Robert Mapplethorpe's black-and-white Polaroid photographs of the 1970s are brought together in this book by author Sylvia Wolf. Critically praised for his classically composed photographs and revealing themes that would inspire him throughout his career, this book brings together almost 200 images from The Robert Mapplethorpe Foundation's archive and private collections, to provide a critical view of Mapplethorpe's formative years as an artist.
Included is a selection of his color Polaroids and objects in his early "instant" photographs. Some images convey a disarming tenderness and vulnerability, while others have a toughness and immediacy that would give way in later years to more classical form. Wolf traces the development of Mapplethorpe's use of instant photography from 1970 to 1975, when the artist worked mainly in this medium. The images include self-portraits, figure studies, still lifes, portraits of lovers and friends such as Patti Smith, Sam Wagstaff, and Marianne Faithfull, and observations of everyday objects. Marked by a spontaneity and creative curiosity, these images offer an illuminating contrast to the formal perfection of the work for which Mapplethorpe is best known, allowing a more personal glimpse of his artistry.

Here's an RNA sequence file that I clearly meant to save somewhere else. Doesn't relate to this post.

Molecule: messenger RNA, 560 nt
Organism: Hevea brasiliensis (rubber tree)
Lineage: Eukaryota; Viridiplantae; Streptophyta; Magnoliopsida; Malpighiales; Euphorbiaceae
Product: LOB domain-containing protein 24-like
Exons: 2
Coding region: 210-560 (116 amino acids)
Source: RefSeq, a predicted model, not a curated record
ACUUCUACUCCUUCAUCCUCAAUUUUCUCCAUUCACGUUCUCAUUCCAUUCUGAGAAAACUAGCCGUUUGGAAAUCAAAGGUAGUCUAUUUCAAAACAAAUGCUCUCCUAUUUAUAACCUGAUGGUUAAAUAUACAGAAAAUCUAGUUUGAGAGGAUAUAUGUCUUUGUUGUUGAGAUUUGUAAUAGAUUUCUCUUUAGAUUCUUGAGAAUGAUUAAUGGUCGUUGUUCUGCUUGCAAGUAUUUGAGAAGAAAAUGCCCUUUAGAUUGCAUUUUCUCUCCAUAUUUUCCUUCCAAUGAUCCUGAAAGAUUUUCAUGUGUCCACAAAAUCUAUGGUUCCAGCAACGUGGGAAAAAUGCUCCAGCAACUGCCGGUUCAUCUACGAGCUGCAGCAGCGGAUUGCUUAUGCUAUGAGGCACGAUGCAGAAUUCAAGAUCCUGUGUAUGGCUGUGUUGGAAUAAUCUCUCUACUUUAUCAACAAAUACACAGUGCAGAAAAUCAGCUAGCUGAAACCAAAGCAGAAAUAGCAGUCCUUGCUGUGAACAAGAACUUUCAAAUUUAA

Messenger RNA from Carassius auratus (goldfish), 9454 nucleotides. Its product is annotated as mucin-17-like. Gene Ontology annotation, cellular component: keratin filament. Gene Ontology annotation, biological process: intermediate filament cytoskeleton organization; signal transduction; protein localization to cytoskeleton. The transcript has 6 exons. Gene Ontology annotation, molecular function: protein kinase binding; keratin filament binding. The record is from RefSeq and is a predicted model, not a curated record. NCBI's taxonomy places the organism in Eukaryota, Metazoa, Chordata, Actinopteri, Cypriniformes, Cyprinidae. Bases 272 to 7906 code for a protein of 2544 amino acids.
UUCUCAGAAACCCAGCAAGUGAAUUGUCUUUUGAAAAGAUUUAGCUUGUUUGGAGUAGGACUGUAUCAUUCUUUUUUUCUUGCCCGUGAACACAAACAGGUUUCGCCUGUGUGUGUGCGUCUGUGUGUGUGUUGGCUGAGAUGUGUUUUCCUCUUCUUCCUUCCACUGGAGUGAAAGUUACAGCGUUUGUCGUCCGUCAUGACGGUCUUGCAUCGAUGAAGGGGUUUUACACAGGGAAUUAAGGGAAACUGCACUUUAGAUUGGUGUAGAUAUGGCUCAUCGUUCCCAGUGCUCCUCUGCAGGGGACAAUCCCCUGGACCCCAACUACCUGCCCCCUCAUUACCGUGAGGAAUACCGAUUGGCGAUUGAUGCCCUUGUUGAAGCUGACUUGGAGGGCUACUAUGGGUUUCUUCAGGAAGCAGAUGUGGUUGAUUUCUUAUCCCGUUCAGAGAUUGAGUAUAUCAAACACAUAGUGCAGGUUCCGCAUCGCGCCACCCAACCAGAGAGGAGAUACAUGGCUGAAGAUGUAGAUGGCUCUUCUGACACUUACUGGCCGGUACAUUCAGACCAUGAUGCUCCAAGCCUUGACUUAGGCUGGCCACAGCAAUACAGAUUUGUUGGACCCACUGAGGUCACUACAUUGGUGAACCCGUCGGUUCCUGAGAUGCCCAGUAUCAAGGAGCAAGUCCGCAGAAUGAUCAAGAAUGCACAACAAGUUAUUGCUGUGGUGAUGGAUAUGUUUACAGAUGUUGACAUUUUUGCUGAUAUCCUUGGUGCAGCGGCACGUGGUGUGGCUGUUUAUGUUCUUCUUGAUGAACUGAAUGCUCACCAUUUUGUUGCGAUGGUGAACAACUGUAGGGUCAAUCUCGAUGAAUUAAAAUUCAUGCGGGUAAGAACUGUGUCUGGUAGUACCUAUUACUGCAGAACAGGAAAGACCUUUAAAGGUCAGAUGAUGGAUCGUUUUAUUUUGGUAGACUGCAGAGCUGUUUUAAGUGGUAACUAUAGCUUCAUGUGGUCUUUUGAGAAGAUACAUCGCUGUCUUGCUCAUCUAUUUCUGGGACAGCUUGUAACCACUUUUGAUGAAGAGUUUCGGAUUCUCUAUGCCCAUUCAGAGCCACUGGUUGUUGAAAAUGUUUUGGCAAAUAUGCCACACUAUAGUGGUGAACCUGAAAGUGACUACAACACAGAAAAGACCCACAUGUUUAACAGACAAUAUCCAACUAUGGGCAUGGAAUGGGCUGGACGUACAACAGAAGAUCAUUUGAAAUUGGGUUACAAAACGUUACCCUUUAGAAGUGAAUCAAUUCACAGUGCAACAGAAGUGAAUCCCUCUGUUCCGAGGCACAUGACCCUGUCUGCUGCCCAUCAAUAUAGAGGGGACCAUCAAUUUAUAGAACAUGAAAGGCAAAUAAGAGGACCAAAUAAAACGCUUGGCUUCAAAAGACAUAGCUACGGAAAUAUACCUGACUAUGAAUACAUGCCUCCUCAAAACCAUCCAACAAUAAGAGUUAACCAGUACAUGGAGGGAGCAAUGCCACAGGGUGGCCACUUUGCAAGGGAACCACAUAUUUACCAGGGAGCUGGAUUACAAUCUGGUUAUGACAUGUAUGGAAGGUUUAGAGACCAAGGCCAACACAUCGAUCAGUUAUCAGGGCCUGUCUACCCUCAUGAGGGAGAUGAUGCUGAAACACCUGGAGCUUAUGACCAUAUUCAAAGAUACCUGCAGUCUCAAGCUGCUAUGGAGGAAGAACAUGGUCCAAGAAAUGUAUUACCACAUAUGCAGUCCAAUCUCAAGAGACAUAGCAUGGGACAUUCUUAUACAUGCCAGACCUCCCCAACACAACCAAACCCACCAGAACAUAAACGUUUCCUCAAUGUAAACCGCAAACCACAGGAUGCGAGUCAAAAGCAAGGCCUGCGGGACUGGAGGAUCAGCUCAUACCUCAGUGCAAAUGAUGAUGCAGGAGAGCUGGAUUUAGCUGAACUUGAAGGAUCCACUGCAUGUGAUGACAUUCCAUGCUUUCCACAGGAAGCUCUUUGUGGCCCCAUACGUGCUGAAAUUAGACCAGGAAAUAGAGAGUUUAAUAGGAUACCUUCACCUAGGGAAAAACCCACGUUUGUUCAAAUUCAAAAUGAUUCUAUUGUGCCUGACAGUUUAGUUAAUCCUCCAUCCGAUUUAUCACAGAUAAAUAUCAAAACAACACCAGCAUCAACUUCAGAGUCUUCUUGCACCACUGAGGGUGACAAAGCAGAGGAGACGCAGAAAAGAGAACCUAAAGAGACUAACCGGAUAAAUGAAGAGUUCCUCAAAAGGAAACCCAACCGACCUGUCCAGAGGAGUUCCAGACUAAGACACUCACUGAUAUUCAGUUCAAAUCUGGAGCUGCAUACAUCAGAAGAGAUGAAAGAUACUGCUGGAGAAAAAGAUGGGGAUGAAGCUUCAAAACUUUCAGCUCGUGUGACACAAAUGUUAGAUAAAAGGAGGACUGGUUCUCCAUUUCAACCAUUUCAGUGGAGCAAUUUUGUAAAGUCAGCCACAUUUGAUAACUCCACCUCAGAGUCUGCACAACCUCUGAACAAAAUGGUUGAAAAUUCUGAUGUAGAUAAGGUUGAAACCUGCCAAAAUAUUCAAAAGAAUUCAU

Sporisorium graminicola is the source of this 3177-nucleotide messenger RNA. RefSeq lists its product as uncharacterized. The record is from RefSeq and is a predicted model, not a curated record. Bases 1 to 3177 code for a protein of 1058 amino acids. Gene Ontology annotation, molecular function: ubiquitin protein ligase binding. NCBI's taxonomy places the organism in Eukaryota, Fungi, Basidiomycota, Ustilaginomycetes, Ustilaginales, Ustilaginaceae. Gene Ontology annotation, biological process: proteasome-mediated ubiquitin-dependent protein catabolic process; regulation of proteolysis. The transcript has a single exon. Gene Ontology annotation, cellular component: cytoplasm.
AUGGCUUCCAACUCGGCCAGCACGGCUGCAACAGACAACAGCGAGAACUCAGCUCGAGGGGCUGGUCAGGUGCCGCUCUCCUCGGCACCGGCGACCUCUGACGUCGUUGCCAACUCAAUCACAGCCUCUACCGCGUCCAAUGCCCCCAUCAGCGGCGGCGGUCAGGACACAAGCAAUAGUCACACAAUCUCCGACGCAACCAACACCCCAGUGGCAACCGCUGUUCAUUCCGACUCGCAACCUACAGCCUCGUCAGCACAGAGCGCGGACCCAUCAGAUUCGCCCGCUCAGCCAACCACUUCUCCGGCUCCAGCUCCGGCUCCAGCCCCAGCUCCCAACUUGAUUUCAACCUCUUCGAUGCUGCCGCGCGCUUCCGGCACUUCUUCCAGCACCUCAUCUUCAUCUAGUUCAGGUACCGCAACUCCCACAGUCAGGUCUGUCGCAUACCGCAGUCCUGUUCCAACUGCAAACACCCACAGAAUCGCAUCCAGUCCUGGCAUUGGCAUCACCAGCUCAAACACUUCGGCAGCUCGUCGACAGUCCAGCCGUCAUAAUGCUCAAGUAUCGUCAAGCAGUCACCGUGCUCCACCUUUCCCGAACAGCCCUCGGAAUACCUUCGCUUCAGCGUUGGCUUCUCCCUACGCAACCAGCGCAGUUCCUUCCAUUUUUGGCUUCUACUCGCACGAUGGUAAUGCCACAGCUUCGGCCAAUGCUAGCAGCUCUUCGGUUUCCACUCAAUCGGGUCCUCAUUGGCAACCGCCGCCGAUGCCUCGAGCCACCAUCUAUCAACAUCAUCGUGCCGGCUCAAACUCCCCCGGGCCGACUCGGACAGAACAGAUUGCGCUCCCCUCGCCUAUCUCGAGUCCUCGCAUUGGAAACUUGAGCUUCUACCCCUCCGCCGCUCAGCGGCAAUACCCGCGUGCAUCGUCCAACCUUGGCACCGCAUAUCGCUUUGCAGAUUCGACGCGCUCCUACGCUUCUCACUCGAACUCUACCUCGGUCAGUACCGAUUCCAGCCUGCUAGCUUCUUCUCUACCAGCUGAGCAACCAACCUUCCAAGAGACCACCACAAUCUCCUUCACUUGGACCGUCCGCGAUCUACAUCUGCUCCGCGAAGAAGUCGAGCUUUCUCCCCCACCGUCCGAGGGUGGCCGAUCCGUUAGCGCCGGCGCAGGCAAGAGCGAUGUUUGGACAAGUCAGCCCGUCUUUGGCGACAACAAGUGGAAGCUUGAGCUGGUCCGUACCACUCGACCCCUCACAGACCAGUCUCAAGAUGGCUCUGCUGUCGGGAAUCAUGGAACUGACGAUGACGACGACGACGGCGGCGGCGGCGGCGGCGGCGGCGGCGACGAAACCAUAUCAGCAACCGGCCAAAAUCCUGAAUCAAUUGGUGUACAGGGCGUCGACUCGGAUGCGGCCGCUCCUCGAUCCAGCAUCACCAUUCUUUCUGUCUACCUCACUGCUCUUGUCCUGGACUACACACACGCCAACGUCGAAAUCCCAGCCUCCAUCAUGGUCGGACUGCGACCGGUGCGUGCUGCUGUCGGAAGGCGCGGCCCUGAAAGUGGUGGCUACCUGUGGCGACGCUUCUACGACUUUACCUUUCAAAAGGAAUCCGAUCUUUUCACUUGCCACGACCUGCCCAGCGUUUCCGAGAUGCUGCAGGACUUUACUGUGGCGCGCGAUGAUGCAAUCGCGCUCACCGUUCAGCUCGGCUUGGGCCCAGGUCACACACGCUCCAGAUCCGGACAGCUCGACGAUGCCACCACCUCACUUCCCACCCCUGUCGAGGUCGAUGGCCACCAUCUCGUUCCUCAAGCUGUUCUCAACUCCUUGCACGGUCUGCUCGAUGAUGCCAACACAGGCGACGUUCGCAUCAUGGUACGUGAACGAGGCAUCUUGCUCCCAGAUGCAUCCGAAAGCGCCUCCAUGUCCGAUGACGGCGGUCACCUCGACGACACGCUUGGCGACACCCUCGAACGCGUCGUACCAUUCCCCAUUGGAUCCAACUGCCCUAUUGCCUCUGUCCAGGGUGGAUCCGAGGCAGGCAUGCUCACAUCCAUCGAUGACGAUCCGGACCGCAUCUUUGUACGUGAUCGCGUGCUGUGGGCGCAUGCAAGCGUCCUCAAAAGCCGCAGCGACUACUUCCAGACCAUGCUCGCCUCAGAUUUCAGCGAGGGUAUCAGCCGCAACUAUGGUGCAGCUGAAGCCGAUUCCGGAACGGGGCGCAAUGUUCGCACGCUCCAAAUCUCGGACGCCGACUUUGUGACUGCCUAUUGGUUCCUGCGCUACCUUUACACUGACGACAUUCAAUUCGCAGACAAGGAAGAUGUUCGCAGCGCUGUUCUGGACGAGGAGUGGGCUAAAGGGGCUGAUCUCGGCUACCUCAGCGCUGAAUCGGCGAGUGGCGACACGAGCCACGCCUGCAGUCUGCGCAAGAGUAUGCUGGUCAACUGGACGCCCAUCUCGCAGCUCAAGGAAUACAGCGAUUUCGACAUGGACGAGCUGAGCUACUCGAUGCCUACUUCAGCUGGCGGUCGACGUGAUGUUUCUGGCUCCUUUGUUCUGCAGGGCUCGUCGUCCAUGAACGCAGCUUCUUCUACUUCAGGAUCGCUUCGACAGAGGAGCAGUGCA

- 256 pages, 9 x 7 inches
- 182 b&w illustrations
- Reprinted 2013